Mr. Kalaiselvan is a young and enthusiastic farmer who hails from Kovil Veerakudi of Pudukkottai district in Tamil Nadu. Like many other places across the country, Kovil Veerakudi, has been experiencing the impact of severe drought for the last 5 years. Kalaiselvan owns 7 acres of farmland and cultivates crops like paddy, groundnut, cotton and millets. Being interested in organic ways of cultivation, Kalaiselvan participated in the Farmers Field Schools organized by Kudumbam, a local voluntary organization working with resource poor farmers and involved in promoting bio-diversity based ecological agriculture alternatives. He switched over to organic cultivation of paddy.
After five years he realized that even with organic ways of cultivation, his expenses on crop cultivation had not reduced while the well which is his only water source was getting depleted of water. This made him to realize the need for a change in his crop cultivation methods and decided to do an experiment with mixed system of crop cultivation with the available water resources. He took a portion of 75 cents of his field for his experiment with mixed cropping system. He took groundnut as major crop and intercropped with pulses like red gram, cowpea, mung dal. In order to effectively use the irrigation water, he planted onion crop on the irrigation bunds and similarly planted sesame on the main field bunds. After second weeding and earthening for groundnut, he planted cotton seeds and during the harvest of groundnut he grew short term greens.
With mixed cropping, Kalaiselvan reaped diverse crops – 8 bags of groundnut, 40 kgs of black gram, 10 kgs of mung dal, 10 kgs of cowpea and 50 kgs of onion. With value addition, he could get groundnut oil and sesame oil, sufficient for family consumption. By this mixed cropping system, he was able to get sustained crop harvest continuously for 6-8 months at different intervals meeting food and nutritional needs of the family.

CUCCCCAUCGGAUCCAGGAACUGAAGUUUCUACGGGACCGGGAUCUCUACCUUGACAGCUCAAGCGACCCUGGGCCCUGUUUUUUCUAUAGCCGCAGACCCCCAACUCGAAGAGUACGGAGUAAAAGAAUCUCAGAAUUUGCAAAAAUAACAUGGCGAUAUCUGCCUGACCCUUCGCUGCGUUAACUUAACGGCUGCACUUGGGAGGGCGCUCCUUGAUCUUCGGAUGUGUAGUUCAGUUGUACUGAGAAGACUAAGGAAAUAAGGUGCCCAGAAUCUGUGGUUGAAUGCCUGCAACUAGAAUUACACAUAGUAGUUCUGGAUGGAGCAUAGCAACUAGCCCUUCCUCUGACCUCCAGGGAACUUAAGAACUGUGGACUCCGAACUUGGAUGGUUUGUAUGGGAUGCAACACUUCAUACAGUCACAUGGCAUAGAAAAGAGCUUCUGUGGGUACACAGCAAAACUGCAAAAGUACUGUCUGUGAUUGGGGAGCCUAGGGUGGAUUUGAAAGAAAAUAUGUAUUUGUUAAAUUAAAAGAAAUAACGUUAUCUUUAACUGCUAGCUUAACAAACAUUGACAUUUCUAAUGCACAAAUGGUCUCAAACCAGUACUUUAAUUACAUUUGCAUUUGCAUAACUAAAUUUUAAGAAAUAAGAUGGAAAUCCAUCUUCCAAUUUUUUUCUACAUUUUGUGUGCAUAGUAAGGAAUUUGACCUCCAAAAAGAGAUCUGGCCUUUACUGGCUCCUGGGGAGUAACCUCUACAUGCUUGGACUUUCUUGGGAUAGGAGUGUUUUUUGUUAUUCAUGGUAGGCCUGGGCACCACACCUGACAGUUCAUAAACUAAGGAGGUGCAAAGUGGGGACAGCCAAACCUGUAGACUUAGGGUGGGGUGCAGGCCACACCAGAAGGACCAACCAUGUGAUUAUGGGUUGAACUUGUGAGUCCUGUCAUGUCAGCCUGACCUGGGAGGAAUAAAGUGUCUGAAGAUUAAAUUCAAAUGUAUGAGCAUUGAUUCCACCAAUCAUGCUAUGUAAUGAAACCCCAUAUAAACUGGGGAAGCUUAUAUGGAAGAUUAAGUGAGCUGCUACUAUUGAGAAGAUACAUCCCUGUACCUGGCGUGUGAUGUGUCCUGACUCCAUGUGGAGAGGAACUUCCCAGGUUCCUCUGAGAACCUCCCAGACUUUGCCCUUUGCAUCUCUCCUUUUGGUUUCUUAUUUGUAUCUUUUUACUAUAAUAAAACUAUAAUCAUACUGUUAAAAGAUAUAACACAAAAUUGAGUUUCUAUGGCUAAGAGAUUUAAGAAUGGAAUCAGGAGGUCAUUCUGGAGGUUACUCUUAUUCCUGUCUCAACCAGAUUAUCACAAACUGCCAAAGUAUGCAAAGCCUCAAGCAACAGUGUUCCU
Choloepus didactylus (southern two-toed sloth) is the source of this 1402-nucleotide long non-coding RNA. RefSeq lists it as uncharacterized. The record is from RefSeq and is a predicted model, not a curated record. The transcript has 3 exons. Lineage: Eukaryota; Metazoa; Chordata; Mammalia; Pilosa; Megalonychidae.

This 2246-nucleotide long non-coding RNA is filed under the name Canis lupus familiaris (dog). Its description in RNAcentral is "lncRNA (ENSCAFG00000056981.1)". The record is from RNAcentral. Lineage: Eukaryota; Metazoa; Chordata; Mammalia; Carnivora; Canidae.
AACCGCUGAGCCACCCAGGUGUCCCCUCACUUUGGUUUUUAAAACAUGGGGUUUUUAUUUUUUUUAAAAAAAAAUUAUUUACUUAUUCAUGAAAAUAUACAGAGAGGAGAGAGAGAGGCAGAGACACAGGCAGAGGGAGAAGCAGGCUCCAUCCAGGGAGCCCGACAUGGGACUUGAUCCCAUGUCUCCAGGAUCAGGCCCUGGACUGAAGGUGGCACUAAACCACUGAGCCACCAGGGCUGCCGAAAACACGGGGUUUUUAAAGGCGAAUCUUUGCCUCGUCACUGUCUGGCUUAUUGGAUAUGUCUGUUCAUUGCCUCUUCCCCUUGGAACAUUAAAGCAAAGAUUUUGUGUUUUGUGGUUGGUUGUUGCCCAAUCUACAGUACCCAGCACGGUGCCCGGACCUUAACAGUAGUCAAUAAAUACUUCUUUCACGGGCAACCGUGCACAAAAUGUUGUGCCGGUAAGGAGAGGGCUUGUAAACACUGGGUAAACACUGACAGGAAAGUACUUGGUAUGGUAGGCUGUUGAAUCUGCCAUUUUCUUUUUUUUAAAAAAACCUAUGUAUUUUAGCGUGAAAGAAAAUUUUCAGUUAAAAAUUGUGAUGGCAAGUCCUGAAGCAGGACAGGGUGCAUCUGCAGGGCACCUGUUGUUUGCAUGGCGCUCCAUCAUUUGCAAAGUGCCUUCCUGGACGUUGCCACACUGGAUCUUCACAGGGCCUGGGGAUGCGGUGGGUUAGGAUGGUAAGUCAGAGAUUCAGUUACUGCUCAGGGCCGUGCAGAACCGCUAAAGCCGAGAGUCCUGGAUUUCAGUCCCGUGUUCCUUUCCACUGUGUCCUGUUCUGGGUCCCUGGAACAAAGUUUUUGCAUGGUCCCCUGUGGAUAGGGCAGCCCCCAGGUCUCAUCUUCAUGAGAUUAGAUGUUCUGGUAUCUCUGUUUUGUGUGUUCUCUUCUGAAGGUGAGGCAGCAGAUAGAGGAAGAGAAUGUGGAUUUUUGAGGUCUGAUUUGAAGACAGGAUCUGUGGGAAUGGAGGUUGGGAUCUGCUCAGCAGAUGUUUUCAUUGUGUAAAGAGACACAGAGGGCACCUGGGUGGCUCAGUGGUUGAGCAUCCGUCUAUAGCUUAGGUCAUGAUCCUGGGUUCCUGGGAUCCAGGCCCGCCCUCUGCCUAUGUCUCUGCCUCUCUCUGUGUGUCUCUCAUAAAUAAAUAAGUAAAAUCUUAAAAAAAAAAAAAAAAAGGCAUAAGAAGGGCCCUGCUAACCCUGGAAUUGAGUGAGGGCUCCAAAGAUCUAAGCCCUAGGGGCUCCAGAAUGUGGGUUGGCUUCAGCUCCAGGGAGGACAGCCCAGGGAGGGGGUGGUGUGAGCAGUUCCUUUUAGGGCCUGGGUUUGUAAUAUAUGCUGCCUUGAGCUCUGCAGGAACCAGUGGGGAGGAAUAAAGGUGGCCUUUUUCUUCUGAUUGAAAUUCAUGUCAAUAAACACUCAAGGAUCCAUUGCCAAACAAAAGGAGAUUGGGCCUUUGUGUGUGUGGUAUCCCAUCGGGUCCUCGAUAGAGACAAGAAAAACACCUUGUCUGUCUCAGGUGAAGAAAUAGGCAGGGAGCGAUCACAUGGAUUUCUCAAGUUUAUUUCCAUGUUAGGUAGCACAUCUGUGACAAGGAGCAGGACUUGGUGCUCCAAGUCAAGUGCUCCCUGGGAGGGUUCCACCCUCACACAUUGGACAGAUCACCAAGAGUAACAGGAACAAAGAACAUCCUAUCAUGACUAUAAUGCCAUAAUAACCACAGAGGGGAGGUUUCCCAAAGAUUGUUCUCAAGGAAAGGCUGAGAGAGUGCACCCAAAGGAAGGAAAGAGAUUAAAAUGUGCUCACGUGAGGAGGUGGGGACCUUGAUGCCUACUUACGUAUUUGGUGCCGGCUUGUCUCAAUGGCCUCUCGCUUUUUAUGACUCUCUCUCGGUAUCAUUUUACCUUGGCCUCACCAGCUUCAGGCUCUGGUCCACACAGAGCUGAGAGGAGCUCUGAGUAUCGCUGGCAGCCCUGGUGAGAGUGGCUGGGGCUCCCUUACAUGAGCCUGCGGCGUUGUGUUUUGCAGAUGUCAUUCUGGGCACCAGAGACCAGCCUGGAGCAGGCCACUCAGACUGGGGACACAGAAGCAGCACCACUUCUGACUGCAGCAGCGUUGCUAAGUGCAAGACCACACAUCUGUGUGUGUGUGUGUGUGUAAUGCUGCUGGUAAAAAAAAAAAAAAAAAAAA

The surplus sold in the market yielded a net income of around Rs. 59,700 from 75 cents. This was way ahead than the net profit of Rs.7315, received from 40 cents of paddy mono cropping. Also, mixed cropping reduced weed and pest infestation to a large extent.
The biggest gain in the mixed cropping system is the water saving in irrigation. Crops were now being irrigated once in 15 days while mono cropping system with paddy required irrigation once in 4 days. Above all, mixed cropping became the best climate resilient option with some crop harvests being assured in the event of other crop failures.
Many farmers are getting inspired by seeing these developments and willing to adapt his approach to farming. Around 30 farmers in the village are now trained and have allotted a small portion of their land towards mixed cropping method. Many print and visual media covered his experience on mixed cropping system. He was also invited to an International Seminar on Global Warming and its impact on Women and Environment, to share his experience on mixed cropping methods and how it helped in strengthening agro ecology from a farmer’s perspective.
Kalaiselvan’s approach towards farming has always been different. He is innovative and is constantly engaged in searching for alternatives, attempting innovative experiments on his field to study and understand the nature and climate variations. He strongly believes that farming is the only profession which will give livelihood security to farmers in rural areas.
Mr. Kalaiselvan can be contacted at No. 75, West Street, Kovilveerakudi, Andakulam Post, Kulathur taluk, Pudukkottai district, Tamil Nadu. Ph: 097513-25207
The article was compiled in conversation with the farmer by Mr. Suresh Kanna, who can be contacted at firstname.lastname@example.org